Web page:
June 6, 2002
Ban sought on gas exports to plants that pollute
By TOBY ECKERT
COPLEY NEWS SERVICE
WASHINGTON – Targeting controversial power-plant projects
near Mexicali, three California lawmakers launched a bipartisan
effort yesterday to ban exports of natural gas to plants on the
Mexican side of the border that fail to meet regional U.S.
The two plants being built about four miles south of the border
near Mexicali would be fueled by natural gas from the United
Legislation introduced by Rep. Duncan Hunter, R-El Cajon, and
California Democratic Sens. Dianne Feinstein and Barbara Boxer
would apply to plants within 50 miles of the border that start
operating after Dec. 31, 2001.
The lawmakers said they were responding to concerns about
possible cross-border air pollution from the Mexicali power
As currently designed, one of the plants, being built by InterGen of
Boston, will not comply with California emission regulations.
A second plant being built in the area by San Diego-based
Sempra Energy will comply with California emission regulations.
If the plant were built in neighboring Imperial County, however,
the company would have to pay to reduce, or offset, other
emissions to meet clean-air standards specific to the heavily
The plants, which would supply electricity to customers on both
sides of the border, are expected to release more than 3,000 tons
of emissions into the air each year.
Sempra also is a partner in the construction of a 215-mile,
cross-border pipeline that will supply natural gas to the power
The legislation is the latest escalation in a dispute over the plants'
impact on Imperial Valley-Mexicali air quality. Local activists and
lawmakers who fear they will cause more pollution have failed to
stop the U.S. government from granting permits for construction of
the U.S. portion of the pipeline and power lines from the plants.
"It's been a constant effort that we get mainly InterGen to step to
the plate and do the right thing," Hank Kuiper, chairman of the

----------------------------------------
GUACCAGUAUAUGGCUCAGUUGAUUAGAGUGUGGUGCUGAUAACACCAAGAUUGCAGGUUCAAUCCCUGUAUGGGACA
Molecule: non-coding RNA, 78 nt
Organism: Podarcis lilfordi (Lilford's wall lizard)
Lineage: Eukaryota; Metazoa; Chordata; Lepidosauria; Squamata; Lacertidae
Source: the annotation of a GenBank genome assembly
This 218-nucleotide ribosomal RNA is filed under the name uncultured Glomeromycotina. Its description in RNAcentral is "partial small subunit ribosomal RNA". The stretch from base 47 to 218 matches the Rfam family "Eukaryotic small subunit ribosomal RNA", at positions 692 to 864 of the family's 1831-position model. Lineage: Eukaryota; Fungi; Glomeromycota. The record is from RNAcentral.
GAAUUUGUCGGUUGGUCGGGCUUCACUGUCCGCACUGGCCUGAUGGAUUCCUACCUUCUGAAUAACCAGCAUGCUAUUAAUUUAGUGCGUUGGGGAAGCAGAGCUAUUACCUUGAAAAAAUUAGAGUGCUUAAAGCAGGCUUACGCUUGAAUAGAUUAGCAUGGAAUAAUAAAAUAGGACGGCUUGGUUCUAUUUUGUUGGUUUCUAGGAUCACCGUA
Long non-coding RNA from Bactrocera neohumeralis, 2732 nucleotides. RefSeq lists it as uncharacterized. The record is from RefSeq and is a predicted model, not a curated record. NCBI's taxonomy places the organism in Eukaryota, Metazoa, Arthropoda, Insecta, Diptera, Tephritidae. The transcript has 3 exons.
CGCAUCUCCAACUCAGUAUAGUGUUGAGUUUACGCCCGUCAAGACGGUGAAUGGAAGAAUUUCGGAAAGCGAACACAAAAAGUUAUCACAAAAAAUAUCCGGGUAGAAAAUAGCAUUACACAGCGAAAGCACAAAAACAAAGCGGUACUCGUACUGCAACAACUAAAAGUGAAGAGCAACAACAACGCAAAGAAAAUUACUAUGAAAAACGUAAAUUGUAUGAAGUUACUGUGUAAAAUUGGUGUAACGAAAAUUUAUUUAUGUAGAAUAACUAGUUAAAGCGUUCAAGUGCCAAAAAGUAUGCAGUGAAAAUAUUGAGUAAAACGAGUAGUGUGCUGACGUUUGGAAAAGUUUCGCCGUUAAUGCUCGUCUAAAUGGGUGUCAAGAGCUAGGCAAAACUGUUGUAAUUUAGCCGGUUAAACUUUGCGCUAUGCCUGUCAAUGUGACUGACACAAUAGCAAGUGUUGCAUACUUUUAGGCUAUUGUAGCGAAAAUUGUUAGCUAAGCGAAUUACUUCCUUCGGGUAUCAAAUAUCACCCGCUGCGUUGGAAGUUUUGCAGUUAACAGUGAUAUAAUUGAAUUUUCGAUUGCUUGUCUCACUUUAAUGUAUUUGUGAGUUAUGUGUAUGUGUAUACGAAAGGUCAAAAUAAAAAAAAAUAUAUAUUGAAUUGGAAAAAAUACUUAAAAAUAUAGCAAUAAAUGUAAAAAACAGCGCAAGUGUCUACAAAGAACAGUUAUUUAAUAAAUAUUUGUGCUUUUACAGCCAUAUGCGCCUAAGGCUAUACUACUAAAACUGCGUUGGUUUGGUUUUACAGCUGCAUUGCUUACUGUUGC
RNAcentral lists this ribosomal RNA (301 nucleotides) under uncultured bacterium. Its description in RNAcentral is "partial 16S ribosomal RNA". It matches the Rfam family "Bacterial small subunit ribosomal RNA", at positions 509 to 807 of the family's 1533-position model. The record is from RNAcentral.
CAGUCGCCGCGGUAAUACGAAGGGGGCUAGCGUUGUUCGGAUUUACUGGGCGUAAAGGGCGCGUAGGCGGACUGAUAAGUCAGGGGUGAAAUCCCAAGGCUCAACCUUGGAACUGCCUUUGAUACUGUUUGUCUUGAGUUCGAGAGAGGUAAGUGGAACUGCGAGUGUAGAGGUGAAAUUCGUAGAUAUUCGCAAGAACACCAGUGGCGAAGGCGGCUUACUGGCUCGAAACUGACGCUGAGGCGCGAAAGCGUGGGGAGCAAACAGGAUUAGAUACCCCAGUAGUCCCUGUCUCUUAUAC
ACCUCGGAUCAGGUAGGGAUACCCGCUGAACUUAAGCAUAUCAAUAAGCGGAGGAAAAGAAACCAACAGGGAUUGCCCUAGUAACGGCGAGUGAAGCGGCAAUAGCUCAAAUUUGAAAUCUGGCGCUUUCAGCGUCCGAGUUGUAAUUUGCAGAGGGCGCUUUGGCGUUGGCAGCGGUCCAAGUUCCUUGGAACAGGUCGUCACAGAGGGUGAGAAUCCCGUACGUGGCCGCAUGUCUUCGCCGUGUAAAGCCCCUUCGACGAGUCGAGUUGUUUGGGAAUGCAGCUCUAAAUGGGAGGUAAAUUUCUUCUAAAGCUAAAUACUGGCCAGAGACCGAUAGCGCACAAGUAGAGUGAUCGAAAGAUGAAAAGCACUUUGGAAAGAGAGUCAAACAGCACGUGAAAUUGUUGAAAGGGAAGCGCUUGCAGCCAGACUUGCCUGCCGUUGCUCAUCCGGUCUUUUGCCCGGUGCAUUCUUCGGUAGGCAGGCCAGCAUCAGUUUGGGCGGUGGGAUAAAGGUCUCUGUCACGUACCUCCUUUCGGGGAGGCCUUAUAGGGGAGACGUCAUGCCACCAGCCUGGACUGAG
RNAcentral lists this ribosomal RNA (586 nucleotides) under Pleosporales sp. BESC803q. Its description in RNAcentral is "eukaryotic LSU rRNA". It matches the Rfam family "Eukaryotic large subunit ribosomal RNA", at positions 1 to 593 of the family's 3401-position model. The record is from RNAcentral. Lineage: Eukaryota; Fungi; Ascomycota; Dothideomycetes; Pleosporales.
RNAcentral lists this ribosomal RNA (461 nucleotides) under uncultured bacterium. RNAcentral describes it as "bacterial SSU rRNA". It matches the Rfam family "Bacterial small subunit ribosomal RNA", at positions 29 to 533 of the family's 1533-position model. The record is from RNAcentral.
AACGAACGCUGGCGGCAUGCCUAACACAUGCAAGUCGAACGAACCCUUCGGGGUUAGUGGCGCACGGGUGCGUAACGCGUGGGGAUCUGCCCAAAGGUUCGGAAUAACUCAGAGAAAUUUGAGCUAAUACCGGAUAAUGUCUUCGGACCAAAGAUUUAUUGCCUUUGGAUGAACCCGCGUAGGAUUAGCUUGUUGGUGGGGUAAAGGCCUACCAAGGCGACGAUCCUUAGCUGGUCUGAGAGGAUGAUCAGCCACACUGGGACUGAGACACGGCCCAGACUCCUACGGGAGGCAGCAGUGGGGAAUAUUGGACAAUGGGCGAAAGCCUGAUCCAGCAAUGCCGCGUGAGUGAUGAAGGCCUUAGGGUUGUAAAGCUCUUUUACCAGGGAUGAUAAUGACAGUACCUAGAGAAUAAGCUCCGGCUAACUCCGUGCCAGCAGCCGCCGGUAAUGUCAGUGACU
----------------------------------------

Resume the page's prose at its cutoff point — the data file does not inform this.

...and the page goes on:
Imperial County Board of Supervisors, said yesterday. "We
haven't failed yet. Maybe this is the answer."
The power companies say the pollution concerns are baseless.
The Bush administration has touted joint U.S.-Mexican power
projects as a way of alleviating California's energy woes.
"It makes some common sense to treat this air basin from a
binational approach," Hunter said. "It certainly doesn't make sense
to ban a U.S. company from polluting our air on our side of the
border and allow it to move a few miles over the other side of the
border to do the same thing."
Feinstein said, "I do not believe the fact that we need more power
in California should allow companies to take advantage of this
need and use it as an excuse to devote less attention to clean air
and public health."
InterGen issued a statement saying its plant "will comply with or
exceed recognized World Bank and Mexican environmental
standards. The expanded units of the facility that are being built to
serve California will be equipped with Best Available Control
Technology to reduce emissions, which is currently required by
state law for plants built in California."
However, the generating units that will produce power for
Mexican consumers will not have such equipment.
Hunter said the legislation "will ensure that if this facility does not
meet environmental emission standards, it will not be allowed to
receive natural gas from the U.S."
Sempra "is voluntarily being built to California air standards and it
will be one of the cleanest plants in North America," company
representative Michael Clark said.
A Mexican Embassy spokesman had no comment on the
In issuing permits for the U.S. portion of the natural gas pipeline,
U.S. energy agencies concluded the plants would not increase
pollution "above the EPA-defined significant impact levels" on the
U.S. side of the border.
The Environmental Protection Agency questioned that conclusion,
Hunter noted that Energy Secretary Spencer Abraham "has
indicated interest in trying to come up with a solution. As of now,
we don't have a commitment."
Staff writer Diane Lindquist contributed to this report.